Difficulties with Communication Could Signal a Hearing Loss

Difficulties with Communication Could Signal a Hearing Loss

Bary E. Williams Au.D. Uncategorized

If you or a loved one recently has been having trouble communicating it could mean that hearing loss is a factor.  This is not hard to believe when you realize that approximately 48million people in the U.S. alone struggle with hearing loss. In fact, hearing loss is one of the most chronic health concerns in this country along with diabetes and cancer. An ailment that has traditionally affected older demographics is now starting to affect younger generations as well due to the growing amount of noise pollution and more exposure to noise than ever before.

What are some of the symptoms of hearing loss?

It is important to know the symptoms of hearing loss so that it is not mistaken or excused as something else. If you have noticed that you or a loved one has been turning up the television louder than before this is not a coincidence but one of the leading symptoms of hearing loss. Other symptoms include having to ask people to repeat themselves often, hearing speech that sounds distorted or trouble hearing conversation in crowded or noisy environments.

Hearing loss should not be ignored

Your hearing is just too important to live without dealing with a potential hearing loss. We rely on our hearing everyday, everywhere we go to keep us alert to the world around us. If you enjoy driving or walking in public then it is so important to be able to hear the sounds of traffic and other people. With more traffic, more construction and more access to electronic media than ever before our hearing is constantly being put to the test. There are so many dangers out there to your ears at work, for recreation and at home. Make sure to limit your exposure to any sound and wear hearing protection when ever in a noisy environment. With all this danger to our ears it is important to be aware of our hearing health and make sure to schedule annual appointments with an audiologist to make sure our hearing health is optimum.  Even a slight hearing loss can start to cause big problems for individuals, including depression, social isolation and anxiety.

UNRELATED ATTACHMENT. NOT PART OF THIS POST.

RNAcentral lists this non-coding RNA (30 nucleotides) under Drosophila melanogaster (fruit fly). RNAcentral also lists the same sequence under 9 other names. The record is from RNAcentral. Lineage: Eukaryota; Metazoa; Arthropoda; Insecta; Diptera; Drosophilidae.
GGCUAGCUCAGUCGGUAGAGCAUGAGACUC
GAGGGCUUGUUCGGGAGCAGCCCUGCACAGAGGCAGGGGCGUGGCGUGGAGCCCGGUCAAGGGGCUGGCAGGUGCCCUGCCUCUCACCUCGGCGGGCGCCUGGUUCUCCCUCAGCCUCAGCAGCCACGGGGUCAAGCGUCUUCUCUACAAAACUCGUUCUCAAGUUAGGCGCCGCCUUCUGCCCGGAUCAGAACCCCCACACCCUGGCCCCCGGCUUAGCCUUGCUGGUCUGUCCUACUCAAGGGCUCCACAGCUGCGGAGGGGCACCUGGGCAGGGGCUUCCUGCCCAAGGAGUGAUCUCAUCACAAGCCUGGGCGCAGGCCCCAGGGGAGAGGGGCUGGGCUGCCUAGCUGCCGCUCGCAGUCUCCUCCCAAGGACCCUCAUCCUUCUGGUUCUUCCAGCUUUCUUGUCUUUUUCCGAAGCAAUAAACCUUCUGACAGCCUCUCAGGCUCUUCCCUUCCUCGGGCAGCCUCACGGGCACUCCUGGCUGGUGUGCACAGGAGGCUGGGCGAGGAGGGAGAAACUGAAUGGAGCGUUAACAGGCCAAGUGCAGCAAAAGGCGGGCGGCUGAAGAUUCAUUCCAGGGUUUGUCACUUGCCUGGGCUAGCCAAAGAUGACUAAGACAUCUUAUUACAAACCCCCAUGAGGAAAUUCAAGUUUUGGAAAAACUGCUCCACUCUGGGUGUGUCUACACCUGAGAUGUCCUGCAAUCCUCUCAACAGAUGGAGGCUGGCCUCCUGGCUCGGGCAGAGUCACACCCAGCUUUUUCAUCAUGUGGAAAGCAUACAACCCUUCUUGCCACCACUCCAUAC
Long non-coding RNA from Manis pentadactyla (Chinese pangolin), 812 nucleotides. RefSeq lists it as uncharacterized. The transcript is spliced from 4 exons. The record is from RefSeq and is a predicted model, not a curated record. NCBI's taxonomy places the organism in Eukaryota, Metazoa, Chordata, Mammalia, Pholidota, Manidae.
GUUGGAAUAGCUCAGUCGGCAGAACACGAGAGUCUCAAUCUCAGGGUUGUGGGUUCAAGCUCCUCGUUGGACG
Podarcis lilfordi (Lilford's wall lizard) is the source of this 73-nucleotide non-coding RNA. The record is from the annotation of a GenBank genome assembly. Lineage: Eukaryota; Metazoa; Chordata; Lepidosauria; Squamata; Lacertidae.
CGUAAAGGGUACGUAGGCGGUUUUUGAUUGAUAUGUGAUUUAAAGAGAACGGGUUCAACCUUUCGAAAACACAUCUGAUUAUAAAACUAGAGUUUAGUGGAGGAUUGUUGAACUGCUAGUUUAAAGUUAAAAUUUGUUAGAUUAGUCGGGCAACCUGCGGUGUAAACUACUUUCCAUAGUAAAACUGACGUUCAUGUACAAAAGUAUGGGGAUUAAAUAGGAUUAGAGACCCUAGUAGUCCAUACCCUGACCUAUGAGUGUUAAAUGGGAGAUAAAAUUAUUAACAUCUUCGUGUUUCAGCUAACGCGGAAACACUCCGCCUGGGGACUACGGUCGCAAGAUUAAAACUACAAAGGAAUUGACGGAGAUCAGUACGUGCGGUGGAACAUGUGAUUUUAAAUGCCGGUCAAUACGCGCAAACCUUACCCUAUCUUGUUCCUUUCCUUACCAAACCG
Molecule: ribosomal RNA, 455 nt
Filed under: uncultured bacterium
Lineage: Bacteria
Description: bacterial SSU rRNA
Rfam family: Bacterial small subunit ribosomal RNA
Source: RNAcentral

Studies on Hidden Hearing Loss

A hidden hearing loss is a type of hearing loss that cannot be measured by the most common hearing test. When one suspects they may have a hearing loss, a hidden hearing loss may not show up on an audiogram.  This can be misleading as a hidden hearing loss often has the same dangerous side effects of most hearing loss. A hidden hearing loss can manifest itself in our inability to recognize normal speech. Often certain frequencies or sounds are the first to go.  When these sounds drop out of our perception in normal conversation our brains have to struggle to fill in the gaps.  This can lead to extreme exhaustion and fatigue.

Researchers at the University of Michigan, led by Dr. Gabriel Corfas, director of the Kresge Hearing Research Institute at Michigan Medicine’s department of otolaryngology, searched for some of the causes of hidden hearing loss. Corfas published these findings in the Nature Communications journal. The study found that

“Longtime exposure to high decibel sound destroys the synapses within the inner ear. These synapses are what connect the cilia or minute hair cells that move along sound waves in the inner ear. When synapses are lost, neurons can no longer transmit impulses to our brain for translation and acquisition of sound. The loss of these synapses results in our difficulty in deciphering speech and can be hard to detect.’

One of the greatest threats to developing hidden hearing loss is exposure to loud noise. “It’s clear that being exposed to high levels of sound might contribute to increases in hidden hearing loss,” says Corfas and this noise induced hearing loss can develop into a full-blown case of hearing loss quickly.

Seek Treatment Now

Don’t let hidden hearing loss get the better of you. Make sure you have your hearing tested annually no matter what your age. You are never too young to make sure you are taking care of your ears. If you have even a suspicion that you are living with hearing loss it is better to be safe and find out, rather than letting hearing loss get the better of you.

Bary E. Williams Au.D.
Latest posts by Bary E. Williams Au.D. (see all)